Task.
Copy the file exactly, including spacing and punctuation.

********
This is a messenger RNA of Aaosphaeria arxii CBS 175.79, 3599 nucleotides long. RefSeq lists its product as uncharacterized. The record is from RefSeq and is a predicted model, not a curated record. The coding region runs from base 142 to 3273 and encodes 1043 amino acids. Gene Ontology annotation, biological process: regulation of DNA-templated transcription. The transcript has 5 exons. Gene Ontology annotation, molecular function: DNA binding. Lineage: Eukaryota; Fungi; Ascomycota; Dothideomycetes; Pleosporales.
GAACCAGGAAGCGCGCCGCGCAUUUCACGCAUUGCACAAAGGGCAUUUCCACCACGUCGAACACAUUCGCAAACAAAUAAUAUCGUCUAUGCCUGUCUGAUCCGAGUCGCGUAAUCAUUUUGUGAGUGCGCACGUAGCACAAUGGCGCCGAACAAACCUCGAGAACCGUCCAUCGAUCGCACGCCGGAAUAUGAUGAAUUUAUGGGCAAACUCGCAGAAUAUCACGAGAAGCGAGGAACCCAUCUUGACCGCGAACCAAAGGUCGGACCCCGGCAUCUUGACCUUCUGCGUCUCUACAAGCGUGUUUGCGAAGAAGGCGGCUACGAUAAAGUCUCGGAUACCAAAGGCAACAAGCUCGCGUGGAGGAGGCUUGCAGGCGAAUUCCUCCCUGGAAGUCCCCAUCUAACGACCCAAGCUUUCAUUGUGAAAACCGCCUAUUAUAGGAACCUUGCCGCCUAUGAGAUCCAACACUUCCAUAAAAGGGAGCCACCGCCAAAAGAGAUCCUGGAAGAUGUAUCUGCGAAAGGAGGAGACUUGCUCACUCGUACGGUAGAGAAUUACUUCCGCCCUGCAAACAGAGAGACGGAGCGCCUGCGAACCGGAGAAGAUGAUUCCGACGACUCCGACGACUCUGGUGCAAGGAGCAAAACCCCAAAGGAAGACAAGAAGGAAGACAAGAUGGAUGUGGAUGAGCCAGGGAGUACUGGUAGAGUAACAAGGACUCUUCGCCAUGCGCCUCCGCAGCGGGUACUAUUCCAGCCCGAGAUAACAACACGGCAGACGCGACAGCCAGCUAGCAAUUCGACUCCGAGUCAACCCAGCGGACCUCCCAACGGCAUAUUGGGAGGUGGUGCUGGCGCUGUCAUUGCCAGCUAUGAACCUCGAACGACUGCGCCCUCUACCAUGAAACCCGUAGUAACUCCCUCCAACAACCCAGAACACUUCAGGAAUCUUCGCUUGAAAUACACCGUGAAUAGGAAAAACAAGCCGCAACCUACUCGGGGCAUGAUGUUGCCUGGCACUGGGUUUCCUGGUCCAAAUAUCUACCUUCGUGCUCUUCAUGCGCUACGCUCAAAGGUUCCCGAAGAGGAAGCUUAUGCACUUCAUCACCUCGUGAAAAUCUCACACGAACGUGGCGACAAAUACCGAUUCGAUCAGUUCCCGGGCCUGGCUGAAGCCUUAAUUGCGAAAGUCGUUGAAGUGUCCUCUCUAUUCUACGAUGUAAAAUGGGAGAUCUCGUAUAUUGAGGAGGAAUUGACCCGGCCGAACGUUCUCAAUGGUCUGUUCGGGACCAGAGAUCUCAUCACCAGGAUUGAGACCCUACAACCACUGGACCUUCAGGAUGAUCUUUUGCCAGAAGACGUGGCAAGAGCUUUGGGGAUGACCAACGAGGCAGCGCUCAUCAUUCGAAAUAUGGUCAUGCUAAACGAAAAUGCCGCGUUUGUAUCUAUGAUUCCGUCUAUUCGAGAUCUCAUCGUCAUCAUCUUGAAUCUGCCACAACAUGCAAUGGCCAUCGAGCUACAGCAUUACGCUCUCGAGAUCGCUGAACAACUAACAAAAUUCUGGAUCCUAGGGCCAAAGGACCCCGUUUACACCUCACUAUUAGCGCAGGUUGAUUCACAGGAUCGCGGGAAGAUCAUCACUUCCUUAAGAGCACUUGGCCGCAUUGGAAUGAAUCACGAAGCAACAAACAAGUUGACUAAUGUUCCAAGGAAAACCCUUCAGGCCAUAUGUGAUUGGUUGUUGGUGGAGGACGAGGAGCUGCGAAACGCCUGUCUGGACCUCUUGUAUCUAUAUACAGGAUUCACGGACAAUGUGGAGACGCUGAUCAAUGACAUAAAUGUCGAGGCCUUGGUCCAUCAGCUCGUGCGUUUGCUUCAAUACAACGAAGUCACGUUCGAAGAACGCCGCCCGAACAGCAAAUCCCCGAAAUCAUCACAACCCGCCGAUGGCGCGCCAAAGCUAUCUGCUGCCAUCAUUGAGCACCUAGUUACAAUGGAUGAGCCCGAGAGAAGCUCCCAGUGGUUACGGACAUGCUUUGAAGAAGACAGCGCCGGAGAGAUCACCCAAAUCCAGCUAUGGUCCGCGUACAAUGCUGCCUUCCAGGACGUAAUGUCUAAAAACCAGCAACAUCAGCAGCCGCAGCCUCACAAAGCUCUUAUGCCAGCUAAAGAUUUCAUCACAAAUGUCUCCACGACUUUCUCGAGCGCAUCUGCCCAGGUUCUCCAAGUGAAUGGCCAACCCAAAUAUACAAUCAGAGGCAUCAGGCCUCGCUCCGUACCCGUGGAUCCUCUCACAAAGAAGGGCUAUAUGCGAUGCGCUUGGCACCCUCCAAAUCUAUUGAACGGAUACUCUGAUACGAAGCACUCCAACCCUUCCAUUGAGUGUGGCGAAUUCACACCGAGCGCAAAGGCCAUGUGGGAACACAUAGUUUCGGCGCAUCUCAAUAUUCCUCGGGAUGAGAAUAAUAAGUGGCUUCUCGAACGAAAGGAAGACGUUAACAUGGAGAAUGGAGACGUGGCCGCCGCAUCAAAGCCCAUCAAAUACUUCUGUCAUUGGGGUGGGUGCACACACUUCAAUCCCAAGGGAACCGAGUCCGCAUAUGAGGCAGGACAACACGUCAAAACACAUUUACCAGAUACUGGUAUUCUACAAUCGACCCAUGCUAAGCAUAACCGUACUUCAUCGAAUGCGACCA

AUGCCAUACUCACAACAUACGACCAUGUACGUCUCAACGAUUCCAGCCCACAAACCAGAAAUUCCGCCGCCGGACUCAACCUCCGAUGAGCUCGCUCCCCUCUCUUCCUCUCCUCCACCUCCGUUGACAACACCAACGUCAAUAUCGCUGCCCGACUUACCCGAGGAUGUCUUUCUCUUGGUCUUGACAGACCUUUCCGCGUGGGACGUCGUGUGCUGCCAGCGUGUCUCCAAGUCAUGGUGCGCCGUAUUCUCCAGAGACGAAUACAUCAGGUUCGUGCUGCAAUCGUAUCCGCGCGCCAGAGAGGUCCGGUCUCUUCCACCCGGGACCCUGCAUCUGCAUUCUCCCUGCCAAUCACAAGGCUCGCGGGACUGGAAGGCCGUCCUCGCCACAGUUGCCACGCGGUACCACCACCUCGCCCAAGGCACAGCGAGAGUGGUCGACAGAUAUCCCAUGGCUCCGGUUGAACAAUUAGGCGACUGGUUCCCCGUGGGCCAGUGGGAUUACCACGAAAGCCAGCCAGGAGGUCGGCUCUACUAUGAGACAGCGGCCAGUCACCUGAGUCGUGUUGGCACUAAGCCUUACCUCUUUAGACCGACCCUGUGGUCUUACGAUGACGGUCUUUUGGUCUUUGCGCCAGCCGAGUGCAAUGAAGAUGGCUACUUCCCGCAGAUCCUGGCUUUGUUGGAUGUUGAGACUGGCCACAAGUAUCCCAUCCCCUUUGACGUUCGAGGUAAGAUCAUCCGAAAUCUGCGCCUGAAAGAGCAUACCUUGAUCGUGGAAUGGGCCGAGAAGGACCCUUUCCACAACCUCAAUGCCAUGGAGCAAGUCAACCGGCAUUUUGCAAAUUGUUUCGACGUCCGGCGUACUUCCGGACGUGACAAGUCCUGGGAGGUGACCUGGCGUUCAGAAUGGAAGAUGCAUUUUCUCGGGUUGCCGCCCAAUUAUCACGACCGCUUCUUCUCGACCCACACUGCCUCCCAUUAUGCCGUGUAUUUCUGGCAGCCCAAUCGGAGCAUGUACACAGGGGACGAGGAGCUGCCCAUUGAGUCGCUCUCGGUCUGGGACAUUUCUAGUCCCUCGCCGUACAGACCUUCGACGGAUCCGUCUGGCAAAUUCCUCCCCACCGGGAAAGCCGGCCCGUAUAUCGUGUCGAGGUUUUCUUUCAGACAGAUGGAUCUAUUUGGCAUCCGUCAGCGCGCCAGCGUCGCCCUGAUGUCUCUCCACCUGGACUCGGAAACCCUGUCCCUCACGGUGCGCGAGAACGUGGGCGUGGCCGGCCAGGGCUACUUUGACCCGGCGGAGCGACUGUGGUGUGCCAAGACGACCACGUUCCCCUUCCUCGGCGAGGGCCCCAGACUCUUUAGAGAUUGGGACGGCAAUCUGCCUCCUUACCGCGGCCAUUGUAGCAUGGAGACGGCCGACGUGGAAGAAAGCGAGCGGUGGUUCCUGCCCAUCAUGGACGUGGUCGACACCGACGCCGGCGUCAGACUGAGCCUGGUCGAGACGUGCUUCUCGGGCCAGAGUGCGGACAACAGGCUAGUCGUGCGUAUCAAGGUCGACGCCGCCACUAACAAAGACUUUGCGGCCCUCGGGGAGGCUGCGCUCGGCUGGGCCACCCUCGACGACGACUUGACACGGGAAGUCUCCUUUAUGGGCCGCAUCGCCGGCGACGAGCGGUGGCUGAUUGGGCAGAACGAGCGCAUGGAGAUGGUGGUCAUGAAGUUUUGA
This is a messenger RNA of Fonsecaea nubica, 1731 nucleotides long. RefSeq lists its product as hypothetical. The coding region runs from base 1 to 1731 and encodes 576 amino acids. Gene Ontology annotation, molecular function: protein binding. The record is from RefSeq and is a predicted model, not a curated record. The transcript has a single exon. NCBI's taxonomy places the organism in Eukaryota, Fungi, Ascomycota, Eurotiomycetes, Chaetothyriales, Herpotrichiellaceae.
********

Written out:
This is a messenger RNA of Aaosphaeria arxii CBS 175.79, 3599 nucleotides long. RefSeq lists its product as uncharacterized. The record is from RefSeq and is a predicted model, not a curated record. The coding region runs from base 142 to 3273 and encodes 1043 amino acids. Gene Ontology annotation, biological process: regulation of DNA-templated transcription. The transcript has 5 exons. Gene Ontology annotation, molecular function: DNA binding. Lineage: Eukaryota; Fungi; Ascomycota; Dothideomycetes; Pleosporales.
GAACCAGGAAGCGCGCCGCGCAUUUCACGCAUUGCACAAAGGGCAUUUCCACCACGUCGAACACAUUCGCAAACAAAUAAUAUCGUCUAUGCCUGUCUGAUCCGAGUCGCGUAAUCAUUUUGUGAGUGCGCACGUAGCACAAUGGCGCCGAACAAACCUCGAGAACCGUCCAUCGAUCGCACGCCGGAAUAUGAUGAAUUUAUGGGCAAACUCGCAGAAUAUCACGAGAAGCGAGGAACCCAUCUUGACCGCGAACCAAAGGUCGGACCCCGGCAUCUUGACCUUCUGCGUCUCUACAAGCGUGUUUGCGAAGAAGGCGGCUACGAUAAAGUCUCGGAUACCAAAGGCAACAAGCUCGCGUGGAGGAGGCUUGCAGGCGAAUUCCUCCCUGGAAGUCCCCAUCUAACGACCCAAGCUUUCAUUGUGAAAACCGCCUAUUAUAGGAACCUUGCCGCCUAUGAGAUCCAACACUUCCAUAAAAGGGAGCCACCGCCAAAAGAGAUCCUGGAAGAUGUAUCUGCGAAAGGAGGAGACUUGCUCACUCGUACGGUAGAGAAUUACUUCCGCCCUGCAAACAGAGAGACGGAGCGCCUGCGAACCGGAGAAGAUGAUUCCGACGACUCCGACGACUCUGGUGCAAGGAGCAAAACCCCAAAGGAAGACAAGAAGGAAGACAAGAUGGAUGUGGAUGAGCCAGGGAGUACUGGUAGAGUAACAAGGACUCUUCGCCAUGCGCCUCCGCAGCGGGUACUAUUCCAGCCCGAGAUAACAACACGGCAGACGCGACAGCCAGCUAGCAAUUCGACUCCGAGUCAACCCAGCGGACCUCCCAACGGCAUAUUGGGAGGUGGUGCUGGCGCUGUCAUUGCCAGCUAUGAACCUCGAACGACUGCGCCCUCUACCAUGAAACCCGUAGUAACUCCCUCCAACAACCCAGAACACUUCAGGAAUCUUCGCUUGAAAUACACCGUGAAUAGGAAAAACAAGCCGCAACCUACUCGGGGCAUGAUGUUGCCUGGCACUGGGUUUCCUGGUCCAAAUAUCUACCUUCGUGCUCUUCAUGCGCUACGCUCAAAGGUUCCCGAAGAGGAAGCUUAUGCACUUCAUCACCUCGUGAAAAUCUCACACGAACGUGGCGACAAAUACCGAUUCGAUCAGUUCCCGGGCCUGGCUGAAGCCUUAAUUGCGAAAGUCGUUGAAGUGUCCUCUCUAUUCUACGAUGUAAAAUGGGAGAUCUCGUAUAUUGAGGAGGAAUUGACCCGGCCGAACGUUCUCAAUGGUCUGUUCGGGACCAGAGAUCUCAUCACCAGGAUUGAGACCCUACAACCACUGGACCUUCAGGAUGAUCUUUUGCCAGAAGACGUGGCAAGAGCUUUGGGGAUGACCAACGAGGCAGCGCUCAUCAUUCGAAAUAUGGUCAUGCUAAACGAAAAUGCCGCGUUUGUAUCUAUGAUUCCGUCUAUUCGAGAUCUCAUCGUCAUCAUCUUGAAUCUGCCACAACAUGCAAUGGCCAUCGAGCUACAGCAUUACGCUCUCGAGAUCGCUGAACAACUAACAAAAUUCUGGAUCCUAGGGCCAAAGGACCCCGUUUACACCUCACUAUUAGCGCAGGUUGAUUCACAGGAUCGCGGGAAGAUCAUCACUUCCUUAAGAGCACUUGGCCGCAUUGGAAUGAAUCACGAAGCAACAAACAAGUUGACUAAUGUUCCAAGGAAAACCCUUCAGGCCAUAUGUGAUUGGUUGUUGGUGGAGGACGAGGAGCUGCGAAACGCCUGUCUGGACCUCUUGUAUCUAUAUACAGGAUUCACGGACAAUGUGGAGACGCUGAUCAAUGACAUAAAUGUCGAGGCCUUGGUCCAUCAGCUCGUGCGUUUGCUUCAAUACAACGAAGUCACGUUCGAAGAACGCCGCCCGAACAGCAAAUCCCCGAAAUCAUCACAACCCGCCGAUGGCGCGCCAAAGCUAUCUGCUGCCAUCAUUGAGCACCUAGUUACAAUGGAUGAGCCCGAGAGAAGCUCCCAGUGGUUACGGACAUGCUUUGAAGAAGACAGCGCCGGAGAGAUCACCCAAAUCCAGCUAUGGUCCGCGUACAAUGCUGCCUUCCAGGACGUAAUGUCUAAAAACCAGCAACAUCAGCAGCCGCAGCCUCACAAAGCUCUUAUGCCAGCUAAAGAUUUCAUCACAAAUGUCUCCACGACUUUCUCGAGCGCAUCUGCCCAGGUUCUCCAAGUGAAUGGCCAACCCAAAUAUACAAUCAGAGGCAUCAGGCCUCGCUCCGUACCCGUGGAUCCUCUCACAAAGAAGGGCUAUAUGCGAUGCGCUUGGCACCCUCCAAAUCUAUUGAACGGAUACUCUGAUACGAAGCACUCCAACCCUUCCAUUGAGUGUGGCGAAUUCACACCGAGCGCAAAGGCCAUGUGGGAACACAUAGUUUCGGCGCAUCUCAAUAUUCCUCGGGAUGAGAAUAAUAAGUGGCUUCUCGAACGAAAGGAAGACGUUAACAUGGAGAAUGGAGACGUGGCCGCCGCAUCAAAGCCCAUCAAAUACUUCUGUCAUUGGGGUGGGUGCACACACUUCAAUCCCAAGGGAACCGAGUCCGCAUAUGAGGCAGGACAACACGUCAAAACACAUUUACCAGAUACUGGUAUUCUACAAUCGACCCAUGCUAAGCAUAACCGUACUUCAUCGAAUGCGACCA

AUGCCAUACUCACAACAUACGACCAUGUACGUCUCAACGAUUCCAGCCCACAAACCAGAAAUUCCGCCGCCGGACUCAACCUCCGAUGAGCUCGCUCCCCUCUCUUCCUCUCCUCCACCUCCGUUGACAACACCAACGUCAAUAUCGCUGCCCGACUUACCCGAGGAUGUCUUUCUCUUGGUCUUGACAGACCUUUCCGCGUGGGACGUCGUGUGCUGCCAGCGUGUCUCCAAGUCAUGGUGCGCCGUAUUCUCCAGAGACGAAUACAUCAGGUUCGUGCUGCAAUCGUAUCCGCGCGCCAGAGAGGUCCGGUCUCUUCCACCCGGGACCCUGCAUCUGCAUUCUCCCUGCCAAUCACAAGGCUCGCGGGACUGGAAGGCCGUCCUCGCCACAGUUGCCACGCGGUACCACCACCUCGCCCAAGGCACAGCGAGAGUGGUCGACAGAUAUCCCAUGGCUCCGGUUGAACAAUUAGGCGACUGGUUCCCCGUGGGCCAGUGGGAUUACCACGAAAGCCAGCCAGGAGGUCGGCUCUACUAUGAGACAGCGGCCAGUCACCUGAGUCGUGUUGGCACUAAGCCUUACCUCUUUAGACCGACCCUGUGGUCUUACGAUGACGGUCUUUUGGUCUUUGCGCCAGCCGAGUGCAAUGAAGAUGGCUACUUCCCGCAGAUCCUGGCUUUGUUGGAUGUUGAGACUGGCCACAAGUAUCCCAUCCCCUUUGACGUUCGAGGUAAGAUCAUCCGAAAUCUGCGCCUGAAAGAGCAUACCUUGAUCGUGGAAUGGGCCGAGAAGGACCCUUUCCACAACCUCAAUGCCAUGGAGCAAGUCAACCGGCAUUUUGCAAAUUGUUUCGACGUCCGGCGUACUUCCGGACGUGACAAGUCCUGGGAGGUGACCUGGCGUUCAGAAUGGAAGAUGCAUUUUCUCGGGUUGCCGCCCAAUUAUCACGACCGCUUCUUCUCGACCCACACUGCCUCCCAUUAUGCCGUGUAUUUCUGGCAGCCCAAUCGGAGCAUGUACACAGGGGACGAGGAGCUGCCCAUUGAGUCGCUCUCGGUCUGGGACAUUUCUAGUCCCUCGCCGUACAGACCUUCGACGGAUCCGUCUGGCAAAUUCCUCCCCACCGGGAAAGCCGGCCCGUAUAUCGUGUCGAGGUUUUCUUUCAGACAGAUGGAUCUAUUUGGCAUCCGUCAGCGCGCCAGCGUCGCCCUGAUGUCUCUCCACCUGGACUCGGAAACCCUGUCCCUCACGGUGCGCGAGAACGUGGGCGUGGCCGGCCAGGGCUACUUUGACCCGGCGGAGCGACUGUGGUGUGCCAAGACGACCACGUUCCCCUUCCUCGGCGAGGGCCCCAGACUCUUUAGAGAUUGGGACGGCAAUCUGCCUCCUUACCGCGGCCAUUGUAGCAUGGAGACGGCCGACGUGGAAGAAAGCGAGCGGUGGUUCCUGCCCAUCAUGGACGUGGUCGACACCGACGCCGGCGUCAGACUGAGCCUGGUCGAGACGUGCUUCUCGGGCCAGAGUGCGGACAACAGGCUAGUCGUGCGUAUCAAGGUCGACGCCGCCACUAACAAAGACUUUGCGGCCCUCGGGGAGGCUGCGCUCGGCUGGGCCACCCUCGACGACGACUUGACACGGGAAGUCUCCUUUAUGGGCCGCAUCGCCGGCGACGAGCGGUGGCUGAUUGGGCAGAACGAGCGCAUGGAGAUGGUGGUCAUGAAGUUUUGA
This is a messenger RNA of Fonsecaea nubica, 1731 nucleotides long. RefSeq lists its product as hypothetical. The coding region runs from base 1 to 1731 and encodes 576 amino acids. Gene Ontology annotation, molecular function: protein binding. The record is from RefSeq and is a predicted model, not a curated record. The transcript has a single exon. NCBI's taxonomy places the organism in Eukaryota, Fungi, Ascomycota, Eurotiomycetes, Chaetothyriales, Herpotrichiellaceae.